Gourmet is closing, but we'll always have the cookbook.

Previously published Slate articles made new.
Oct. 5 2009 3:26 PM

Gourmet's Legacy

The magazine is closing, but we'll always have the Gourmet cookbook.

On Monday, Condé Nast announced the closing of its long-running culinary magazine Gourmet. In 2004, just before the release of the magazine's 63rd anniversary cookbook, Laura Shapiro explained how "the magazine of good living" had to adapt to changing notions of luxury. She determined that the driving force of good cooking was no longer "class" but "passion." The original article is reprinted below.  

It was January 1941. Europe was crumbling, world war was looming, millions of Americans were out of work, and housewives with a yen to be creative were making beef steak à la Stanley—hamburgers in a pool of horseradish sauce, topped with sweetened baked bananas. All in all, not an auspicious moment to introduce a magazine called Gourmet.


But high up in a suite at New York's Plaza Hotel, where the magazine's first publisher, Earle R. MacAusland, had installed his staff, life looked very different—and uncommonly pleasant. War and want were far away, and the editors were certain their readers would welcome a recipe for Pheasant à la Bohemienne. ("Pluck and clean a young pheasant [unmortified], rub it with lemon juice inside and out, then salt and pepper to taste. Sew. Truss. Melt 3 tablespoons of butter or, still better, use the butter in which a fresh goose liver, larded through and through with small sticks of raw black truffle, has been poached and then cooled.") As MacAusland announced in the debut issue, "Never has there been a time more fitting for a magazine like Gourmet."

Oddly enough, he was right. In fact, there's never been a time that wasn't fitting for Gourmet, even when real life seemed to race in the opposite direction. The original tag line—"The magazine of good living"—remains in place to this day. Note that Gourmet has never billed itself as "the magazine of good cooking." Good cooking, after all, isn't about wealth; it's about tasty ingredients and the skill of the person at the stove. But good living—that's another matter, and the phrase nicely conjures up visions of luxury. MacAusland married the two and had no trouble finding the right readers. "Sirs," wrote a woman from Newton, Mass., in 1953, "Princess Ileana of Rumania would like me to ask you where she can buy the black, sticky pumpernickel bread that she used to know in Austria. The various black breads that she finds here seem to be dry and lacking in flavor." (The editors offered a mail-order address for "just the bread you want.")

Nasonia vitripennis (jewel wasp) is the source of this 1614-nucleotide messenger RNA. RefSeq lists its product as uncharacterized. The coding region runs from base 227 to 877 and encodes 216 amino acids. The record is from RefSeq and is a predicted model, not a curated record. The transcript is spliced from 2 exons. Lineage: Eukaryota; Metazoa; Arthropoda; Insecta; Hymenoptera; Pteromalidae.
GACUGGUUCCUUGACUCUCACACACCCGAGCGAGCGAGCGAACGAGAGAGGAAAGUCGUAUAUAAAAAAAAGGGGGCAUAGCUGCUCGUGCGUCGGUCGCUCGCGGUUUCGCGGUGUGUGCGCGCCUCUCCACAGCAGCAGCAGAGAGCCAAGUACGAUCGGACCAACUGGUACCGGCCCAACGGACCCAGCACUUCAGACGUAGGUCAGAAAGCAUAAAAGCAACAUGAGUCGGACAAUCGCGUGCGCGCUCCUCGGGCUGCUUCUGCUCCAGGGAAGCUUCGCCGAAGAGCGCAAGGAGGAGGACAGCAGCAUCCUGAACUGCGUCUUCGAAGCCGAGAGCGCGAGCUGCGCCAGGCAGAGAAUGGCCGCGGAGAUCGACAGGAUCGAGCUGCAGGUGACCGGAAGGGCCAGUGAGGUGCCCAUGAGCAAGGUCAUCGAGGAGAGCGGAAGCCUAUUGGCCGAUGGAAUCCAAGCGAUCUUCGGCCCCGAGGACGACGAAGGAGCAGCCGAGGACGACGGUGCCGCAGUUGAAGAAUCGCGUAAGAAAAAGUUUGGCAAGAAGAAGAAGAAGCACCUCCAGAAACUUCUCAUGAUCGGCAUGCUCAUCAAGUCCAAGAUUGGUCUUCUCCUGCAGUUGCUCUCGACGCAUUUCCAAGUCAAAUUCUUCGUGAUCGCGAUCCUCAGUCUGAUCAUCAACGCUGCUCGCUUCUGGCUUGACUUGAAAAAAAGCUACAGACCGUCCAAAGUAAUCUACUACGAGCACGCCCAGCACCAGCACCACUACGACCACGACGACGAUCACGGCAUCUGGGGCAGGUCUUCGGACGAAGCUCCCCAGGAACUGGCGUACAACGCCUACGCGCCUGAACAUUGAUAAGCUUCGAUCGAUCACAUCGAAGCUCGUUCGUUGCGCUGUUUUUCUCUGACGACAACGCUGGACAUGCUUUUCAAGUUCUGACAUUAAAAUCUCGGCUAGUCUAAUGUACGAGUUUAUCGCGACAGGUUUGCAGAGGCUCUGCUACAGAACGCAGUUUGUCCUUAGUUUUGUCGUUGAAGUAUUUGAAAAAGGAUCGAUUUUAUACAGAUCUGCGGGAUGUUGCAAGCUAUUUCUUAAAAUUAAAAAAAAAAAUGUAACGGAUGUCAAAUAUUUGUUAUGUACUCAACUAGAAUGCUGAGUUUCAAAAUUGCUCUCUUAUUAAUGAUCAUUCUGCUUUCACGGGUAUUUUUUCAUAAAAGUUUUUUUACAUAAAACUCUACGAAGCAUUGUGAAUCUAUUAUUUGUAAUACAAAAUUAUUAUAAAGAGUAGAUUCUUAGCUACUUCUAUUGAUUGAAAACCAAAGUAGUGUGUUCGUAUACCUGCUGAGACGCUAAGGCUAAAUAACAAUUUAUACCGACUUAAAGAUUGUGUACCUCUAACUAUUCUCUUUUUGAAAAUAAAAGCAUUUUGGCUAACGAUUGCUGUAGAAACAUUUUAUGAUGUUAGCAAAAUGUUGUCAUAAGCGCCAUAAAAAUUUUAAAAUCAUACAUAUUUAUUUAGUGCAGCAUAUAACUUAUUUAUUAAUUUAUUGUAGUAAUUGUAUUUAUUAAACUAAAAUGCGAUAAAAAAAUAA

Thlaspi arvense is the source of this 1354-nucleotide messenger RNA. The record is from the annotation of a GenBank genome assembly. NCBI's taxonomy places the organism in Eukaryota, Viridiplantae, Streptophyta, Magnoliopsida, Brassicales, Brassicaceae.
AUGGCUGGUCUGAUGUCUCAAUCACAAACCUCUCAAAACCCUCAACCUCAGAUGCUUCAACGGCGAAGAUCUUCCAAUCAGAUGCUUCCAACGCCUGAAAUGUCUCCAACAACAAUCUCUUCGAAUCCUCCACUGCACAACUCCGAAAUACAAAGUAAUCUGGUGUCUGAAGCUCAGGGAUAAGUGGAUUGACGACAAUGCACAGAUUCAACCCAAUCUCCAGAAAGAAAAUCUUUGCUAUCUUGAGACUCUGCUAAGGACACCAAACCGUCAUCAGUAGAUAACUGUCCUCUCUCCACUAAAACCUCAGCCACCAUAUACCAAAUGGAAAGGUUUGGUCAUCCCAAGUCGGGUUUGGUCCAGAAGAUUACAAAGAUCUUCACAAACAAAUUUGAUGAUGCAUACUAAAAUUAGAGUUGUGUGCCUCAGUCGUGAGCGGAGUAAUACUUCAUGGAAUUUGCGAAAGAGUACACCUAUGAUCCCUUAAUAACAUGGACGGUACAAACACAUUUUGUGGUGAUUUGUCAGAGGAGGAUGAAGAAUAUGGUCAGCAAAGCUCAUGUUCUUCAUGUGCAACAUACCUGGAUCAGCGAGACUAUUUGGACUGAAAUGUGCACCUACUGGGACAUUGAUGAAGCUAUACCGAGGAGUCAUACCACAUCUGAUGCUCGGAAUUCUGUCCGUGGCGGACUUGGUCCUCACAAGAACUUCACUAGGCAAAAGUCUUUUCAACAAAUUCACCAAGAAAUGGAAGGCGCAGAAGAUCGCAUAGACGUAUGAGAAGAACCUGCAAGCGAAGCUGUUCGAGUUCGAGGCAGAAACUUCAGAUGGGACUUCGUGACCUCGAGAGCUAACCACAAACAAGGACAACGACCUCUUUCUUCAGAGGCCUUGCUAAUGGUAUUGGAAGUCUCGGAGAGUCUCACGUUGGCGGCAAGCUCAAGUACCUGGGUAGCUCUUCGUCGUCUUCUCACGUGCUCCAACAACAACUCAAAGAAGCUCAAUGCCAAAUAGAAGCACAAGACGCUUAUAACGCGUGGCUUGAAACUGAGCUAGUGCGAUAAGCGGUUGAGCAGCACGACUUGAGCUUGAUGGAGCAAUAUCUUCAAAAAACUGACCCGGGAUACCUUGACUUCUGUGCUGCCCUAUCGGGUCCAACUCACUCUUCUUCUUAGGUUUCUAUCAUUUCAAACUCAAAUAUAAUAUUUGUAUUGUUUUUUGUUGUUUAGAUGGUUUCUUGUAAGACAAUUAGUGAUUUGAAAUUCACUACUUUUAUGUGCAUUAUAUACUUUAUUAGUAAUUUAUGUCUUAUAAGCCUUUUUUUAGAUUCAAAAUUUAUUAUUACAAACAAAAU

Over the decades, the magazine has undergone periodic renovations, but MacAusland's original formula has proved remarkably resilient, even as notions of luxury have changed. This fall the magazine celebrates its upcoming 63rd birthday just as MacAusland would have done: by publishing a huge new  Gourmet Cookbook, with recipes lovingly drawn from its own pages.

Whether the first editors could so much as peel a carrot, they understood perfectly the way food-lovers fantasized in the '40s. Money was the implicit ingredient in every recipe, from a chocolate rum pie to a Christmas roast pig. ("Our Gourmet Chef's Aunt Cecile, who gained renown for her roast porkers, recommends that the inside be rubbed with sweet butter and fines herbes, then filled with stuffing of its liver, finely ground with a little pork fat, mushrooms, truffles of Perigord, rocamboles of Genoa, and filberts of Nice, the whole seasoned with pepper from Jamaica, salt, and sage.") Another implicit ingredient was fantasy itself. In the early decades of the magazine, most of the recipes weren't even tested—if you couldn't make them work, you didn't belong on the subscription list.


War Stories

The Right Target

Why Obama’s airstrikes against ISIS may be more effective than people expect.

The One National Holiday Republicans Hope You Forget

It’s Legal for Obama to Bomb Syria Because He Says It Is

I Stand With Emma Watson on Women’s Rights

Even though I know I’m going to get flak for it.

Should You Recline Your Seat? Two Economists Weigh In.


It Is Very, Very Stupid to Compare Hope Solo to Ray Rice

Or, why it is very, very stupid to compare Hope Solo to Ray Rice.

Building a Better Workplace

In Defense of HR

Startups and small businesses shouldn’t skip over a human resources department.

Why Is This Mother in Prison for Helping Her Daughter Get an Abortion?

Politico Wonders Why Gabby Giffords Is So “Ruthless” on Gun Control

Sept. 23 2014 4:45 PM An Up-Close Look at the U.S.–Mexico Border
  News & Politics
Sept. 23 2014 6:40 PM Coalition of the Presentable Don’t believe the official version. Meet America’s real allies in the fight against ISIS.
Sept. 23 2014 2:08 PM Home Depot’s Former Lead Security Engineer Had a Legacy of Sabotage
Sept. 23 2014 1:57 PM Would a Second Sarkozy Presidency End Marriage Equality in France?
  Double X
The XX Factor
Sept. 23 2014 2:32 PM Politico Asks: Why Is Gabby Giffords So “Ruthless” on Gun Control?
  Slate Plus
Political Gabfest
Sept. 23 2014 3:04 PM Chicago Gabfest How to get your tickets before anyone else.
Brow Beat
Sept. 23 2014 8:38 PM “No One in This World” Is One of Kutiman’s Best, Most Impressive Songs
Future Tense
Sept. 23 2014 5:36 PM This Climate Change Poem Moved World Leaders to Tears Today
  Health & Science
Sept. 23 2014 4:33 PM Who Deserves Those 4 Inches of Airplane Seat Space? An investigation into the economics of reclining.
Sports Nut
Sept. 23 2014 7:27 PM You’re Fired, Roger Goodell If the commissioner gets the ax, the NFL would still need a better justice system. What would that look like?